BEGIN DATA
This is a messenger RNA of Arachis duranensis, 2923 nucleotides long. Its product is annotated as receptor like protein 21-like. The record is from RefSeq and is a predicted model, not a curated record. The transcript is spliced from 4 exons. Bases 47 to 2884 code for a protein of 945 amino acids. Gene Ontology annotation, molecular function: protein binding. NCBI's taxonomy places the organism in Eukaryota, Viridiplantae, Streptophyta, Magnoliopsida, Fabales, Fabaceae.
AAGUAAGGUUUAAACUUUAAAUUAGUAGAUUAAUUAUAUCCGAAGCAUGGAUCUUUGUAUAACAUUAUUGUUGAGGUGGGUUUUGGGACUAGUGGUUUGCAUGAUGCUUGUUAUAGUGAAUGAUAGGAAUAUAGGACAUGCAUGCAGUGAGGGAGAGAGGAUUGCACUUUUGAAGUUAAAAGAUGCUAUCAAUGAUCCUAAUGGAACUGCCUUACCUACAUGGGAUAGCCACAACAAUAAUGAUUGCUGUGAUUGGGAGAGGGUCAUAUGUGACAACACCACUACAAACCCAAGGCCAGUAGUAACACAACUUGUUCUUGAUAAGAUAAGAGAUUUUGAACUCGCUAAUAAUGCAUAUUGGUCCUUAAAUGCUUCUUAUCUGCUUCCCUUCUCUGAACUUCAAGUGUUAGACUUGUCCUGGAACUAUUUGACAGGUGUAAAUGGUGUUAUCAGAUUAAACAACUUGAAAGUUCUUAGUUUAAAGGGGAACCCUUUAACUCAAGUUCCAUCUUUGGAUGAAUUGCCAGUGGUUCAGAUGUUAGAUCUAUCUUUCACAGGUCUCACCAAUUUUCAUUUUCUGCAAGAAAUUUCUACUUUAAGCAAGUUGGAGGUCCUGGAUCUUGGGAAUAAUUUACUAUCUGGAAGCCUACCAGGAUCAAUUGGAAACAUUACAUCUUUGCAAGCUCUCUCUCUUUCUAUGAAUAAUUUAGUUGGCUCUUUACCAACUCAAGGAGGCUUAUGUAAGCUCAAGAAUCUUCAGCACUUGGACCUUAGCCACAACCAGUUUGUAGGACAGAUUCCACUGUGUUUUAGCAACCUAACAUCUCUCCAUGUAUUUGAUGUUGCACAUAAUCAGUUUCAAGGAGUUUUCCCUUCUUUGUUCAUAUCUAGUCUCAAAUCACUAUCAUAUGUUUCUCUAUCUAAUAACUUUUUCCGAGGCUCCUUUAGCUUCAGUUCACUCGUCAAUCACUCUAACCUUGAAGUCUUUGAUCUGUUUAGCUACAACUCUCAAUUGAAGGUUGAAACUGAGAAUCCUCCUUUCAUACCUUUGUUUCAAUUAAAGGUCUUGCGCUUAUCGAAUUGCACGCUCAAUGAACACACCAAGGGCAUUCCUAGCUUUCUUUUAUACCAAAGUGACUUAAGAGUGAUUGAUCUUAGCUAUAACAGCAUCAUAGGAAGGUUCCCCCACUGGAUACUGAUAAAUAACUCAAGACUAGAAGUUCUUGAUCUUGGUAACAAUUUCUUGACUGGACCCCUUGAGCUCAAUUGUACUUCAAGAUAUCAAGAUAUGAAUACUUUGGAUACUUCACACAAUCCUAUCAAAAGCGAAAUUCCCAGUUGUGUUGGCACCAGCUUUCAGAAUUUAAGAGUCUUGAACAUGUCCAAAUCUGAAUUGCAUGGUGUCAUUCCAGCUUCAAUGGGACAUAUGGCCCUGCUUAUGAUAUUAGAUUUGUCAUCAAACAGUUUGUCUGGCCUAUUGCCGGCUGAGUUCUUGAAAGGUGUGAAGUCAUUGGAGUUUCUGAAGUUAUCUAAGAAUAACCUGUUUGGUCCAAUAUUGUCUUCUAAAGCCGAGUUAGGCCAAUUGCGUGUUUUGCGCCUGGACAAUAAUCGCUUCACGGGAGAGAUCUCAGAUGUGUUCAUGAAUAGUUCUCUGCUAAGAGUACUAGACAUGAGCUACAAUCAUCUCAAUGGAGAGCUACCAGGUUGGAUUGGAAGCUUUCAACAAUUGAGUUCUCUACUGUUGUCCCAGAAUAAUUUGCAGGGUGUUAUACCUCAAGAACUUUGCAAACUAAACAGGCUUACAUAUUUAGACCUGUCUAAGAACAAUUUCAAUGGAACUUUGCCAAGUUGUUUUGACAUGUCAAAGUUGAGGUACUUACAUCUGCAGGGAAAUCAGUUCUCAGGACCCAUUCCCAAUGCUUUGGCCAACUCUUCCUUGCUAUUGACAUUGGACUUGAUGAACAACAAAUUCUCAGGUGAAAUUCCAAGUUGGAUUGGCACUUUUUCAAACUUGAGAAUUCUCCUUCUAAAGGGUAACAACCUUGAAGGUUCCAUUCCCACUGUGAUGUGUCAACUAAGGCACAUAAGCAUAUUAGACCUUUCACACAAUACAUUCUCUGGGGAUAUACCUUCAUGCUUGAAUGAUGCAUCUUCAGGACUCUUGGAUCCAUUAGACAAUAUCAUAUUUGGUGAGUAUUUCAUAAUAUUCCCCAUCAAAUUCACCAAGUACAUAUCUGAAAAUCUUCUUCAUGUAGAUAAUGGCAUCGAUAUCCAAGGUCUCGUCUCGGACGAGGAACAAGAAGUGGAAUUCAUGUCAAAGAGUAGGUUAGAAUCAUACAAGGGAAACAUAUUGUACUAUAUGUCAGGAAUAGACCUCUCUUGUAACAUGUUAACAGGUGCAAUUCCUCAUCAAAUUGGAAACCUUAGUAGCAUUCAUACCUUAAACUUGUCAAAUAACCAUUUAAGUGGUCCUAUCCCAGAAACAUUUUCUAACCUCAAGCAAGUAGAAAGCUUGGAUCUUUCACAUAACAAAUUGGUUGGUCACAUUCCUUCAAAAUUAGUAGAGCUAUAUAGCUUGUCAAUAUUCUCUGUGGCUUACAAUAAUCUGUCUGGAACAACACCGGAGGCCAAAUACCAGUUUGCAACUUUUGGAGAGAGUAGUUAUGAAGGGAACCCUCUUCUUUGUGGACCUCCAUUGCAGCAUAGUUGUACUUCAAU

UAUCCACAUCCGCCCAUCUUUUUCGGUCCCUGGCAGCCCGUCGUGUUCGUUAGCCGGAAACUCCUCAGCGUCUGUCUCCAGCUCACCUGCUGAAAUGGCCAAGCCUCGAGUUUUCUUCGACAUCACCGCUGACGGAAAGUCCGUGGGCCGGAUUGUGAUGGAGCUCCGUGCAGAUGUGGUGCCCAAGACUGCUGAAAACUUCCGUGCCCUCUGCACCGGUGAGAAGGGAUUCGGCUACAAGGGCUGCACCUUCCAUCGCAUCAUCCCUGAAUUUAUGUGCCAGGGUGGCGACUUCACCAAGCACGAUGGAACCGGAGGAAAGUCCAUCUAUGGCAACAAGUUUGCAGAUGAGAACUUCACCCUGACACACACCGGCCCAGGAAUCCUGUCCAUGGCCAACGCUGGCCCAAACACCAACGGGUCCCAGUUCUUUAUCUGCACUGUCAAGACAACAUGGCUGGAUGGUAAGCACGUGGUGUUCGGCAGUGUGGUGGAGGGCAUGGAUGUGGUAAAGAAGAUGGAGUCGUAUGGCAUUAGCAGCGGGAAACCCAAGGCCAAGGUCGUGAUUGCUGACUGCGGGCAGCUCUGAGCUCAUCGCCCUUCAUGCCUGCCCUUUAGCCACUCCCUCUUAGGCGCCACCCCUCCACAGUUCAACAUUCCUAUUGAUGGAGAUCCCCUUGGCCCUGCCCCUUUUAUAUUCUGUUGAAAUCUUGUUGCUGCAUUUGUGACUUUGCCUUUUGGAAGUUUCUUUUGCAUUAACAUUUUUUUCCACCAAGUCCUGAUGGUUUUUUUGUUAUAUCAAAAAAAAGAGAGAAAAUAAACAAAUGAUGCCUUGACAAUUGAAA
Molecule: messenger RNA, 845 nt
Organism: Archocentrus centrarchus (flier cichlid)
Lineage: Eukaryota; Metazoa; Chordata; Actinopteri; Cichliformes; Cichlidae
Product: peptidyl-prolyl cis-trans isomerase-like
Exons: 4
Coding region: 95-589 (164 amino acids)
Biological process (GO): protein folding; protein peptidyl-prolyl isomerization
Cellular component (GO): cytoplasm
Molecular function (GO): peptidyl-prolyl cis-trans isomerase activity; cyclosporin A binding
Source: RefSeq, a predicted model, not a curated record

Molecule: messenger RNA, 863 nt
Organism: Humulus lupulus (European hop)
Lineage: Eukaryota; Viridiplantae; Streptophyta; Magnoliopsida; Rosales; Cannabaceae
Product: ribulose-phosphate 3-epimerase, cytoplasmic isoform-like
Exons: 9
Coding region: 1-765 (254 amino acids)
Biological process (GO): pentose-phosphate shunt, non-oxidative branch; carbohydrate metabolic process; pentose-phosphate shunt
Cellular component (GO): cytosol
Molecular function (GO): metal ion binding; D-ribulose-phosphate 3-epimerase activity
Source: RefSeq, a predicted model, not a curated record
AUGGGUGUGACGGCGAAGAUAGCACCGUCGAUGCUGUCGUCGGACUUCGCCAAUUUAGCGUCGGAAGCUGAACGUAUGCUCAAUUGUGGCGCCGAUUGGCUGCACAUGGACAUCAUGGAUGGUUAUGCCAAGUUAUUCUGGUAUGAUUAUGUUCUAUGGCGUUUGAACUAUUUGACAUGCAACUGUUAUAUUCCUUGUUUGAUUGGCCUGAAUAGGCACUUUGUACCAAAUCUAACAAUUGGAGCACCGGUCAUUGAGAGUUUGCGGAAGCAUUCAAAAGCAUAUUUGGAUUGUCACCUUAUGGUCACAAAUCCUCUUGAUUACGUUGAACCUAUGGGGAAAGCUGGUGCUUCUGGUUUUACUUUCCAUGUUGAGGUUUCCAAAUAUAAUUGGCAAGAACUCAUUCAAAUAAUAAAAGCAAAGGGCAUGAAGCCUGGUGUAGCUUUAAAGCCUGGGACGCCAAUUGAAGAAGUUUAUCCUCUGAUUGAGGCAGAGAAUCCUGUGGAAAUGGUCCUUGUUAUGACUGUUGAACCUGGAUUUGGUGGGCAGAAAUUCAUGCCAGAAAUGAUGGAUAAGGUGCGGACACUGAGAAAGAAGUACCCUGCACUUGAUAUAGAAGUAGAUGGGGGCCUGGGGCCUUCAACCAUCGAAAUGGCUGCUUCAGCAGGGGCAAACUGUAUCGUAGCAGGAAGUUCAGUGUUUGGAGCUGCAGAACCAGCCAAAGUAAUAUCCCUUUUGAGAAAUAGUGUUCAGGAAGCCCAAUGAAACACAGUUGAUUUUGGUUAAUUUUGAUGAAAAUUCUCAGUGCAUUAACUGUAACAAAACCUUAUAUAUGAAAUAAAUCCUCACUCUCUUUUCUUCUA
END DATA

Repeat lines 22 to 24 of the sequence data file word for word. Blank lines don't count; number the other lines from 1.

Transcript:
Molecular function (GO): metal ion binding; D-ribulose-phosphate 3-epimerase activity
Source: RefSeq, a predicted model, not a curated record
AUGGGUGUGACGGCGAAGAUAGCACCGUCGAUGCUGUCGUCGGACUUCGCCAAUUUAGCGUCGGAAGCUGAACGUAUGCUCAAUUGUGGCGCCGAUUGGCUGCACAUGGACAUCAUGGAUGGUUAUGCCAAGUUAUUCUGGUAUGAUUAUGUUCUAUGGCGUUUGAACUAUUUGACAUGCAACUGUUAUAUUCCUUGUUUGAUUGGCCUGAAUAGGCACUUUGUACCAAAUCUAACAAUUGGAGCACCGGUCAUUGAGAGUUUGCGGAAGCAUUCAAAAGCAUAUUUGGAUUGUCACCUUAUGGUCACAAAUCCUCUUGAUUACGUUGAACCUAUGGGGAAAGCUGGUGCUUCUGGUUUUACUUUCCAUGUUGAGGUUUCCAAAUAUAAUUGGCAAGAACUCAUUCAAAUAAUAAAAGCAAAGGGCAUGAAGCCUGGUGUAGCUUUAAAGCCUGGGACGCCAAUUGAAGAAGUUUAUCCUCUGAUUGAGGCAGAGAAUCCUGUGGAAAUGGUCCUUGUUAUGACUGUUGAACCUGGAUUUGGUGGGCAGAAAUUCAUGCCAGAAAUGAUGGAUAAGGUGCGGACACUGAGAAAGAAGUACCCUGCACUUGAUAUAGAAGUAGAUGGGGGCCUGGGGCCUUCAACCAUCGAAAUGGCUGCUUCAGCAGGGGCAAACUGUAUCGUAGCAGGAAGUUCAGUGUUUGGAGCUGCAGAACCAGCCAAAGUAAUAUCCCUUUUGAGAAAUAGUGUUCAGGAAGCCCAAUGAAACACAGUUGAUUUUGGUUAAUUUUGAUGAAAAUUCUCAGUGCAUUAACUGUAACAAAACCUUAUAUAUGAAAUAAAUCCUCACUCUCUUUUCUUCUA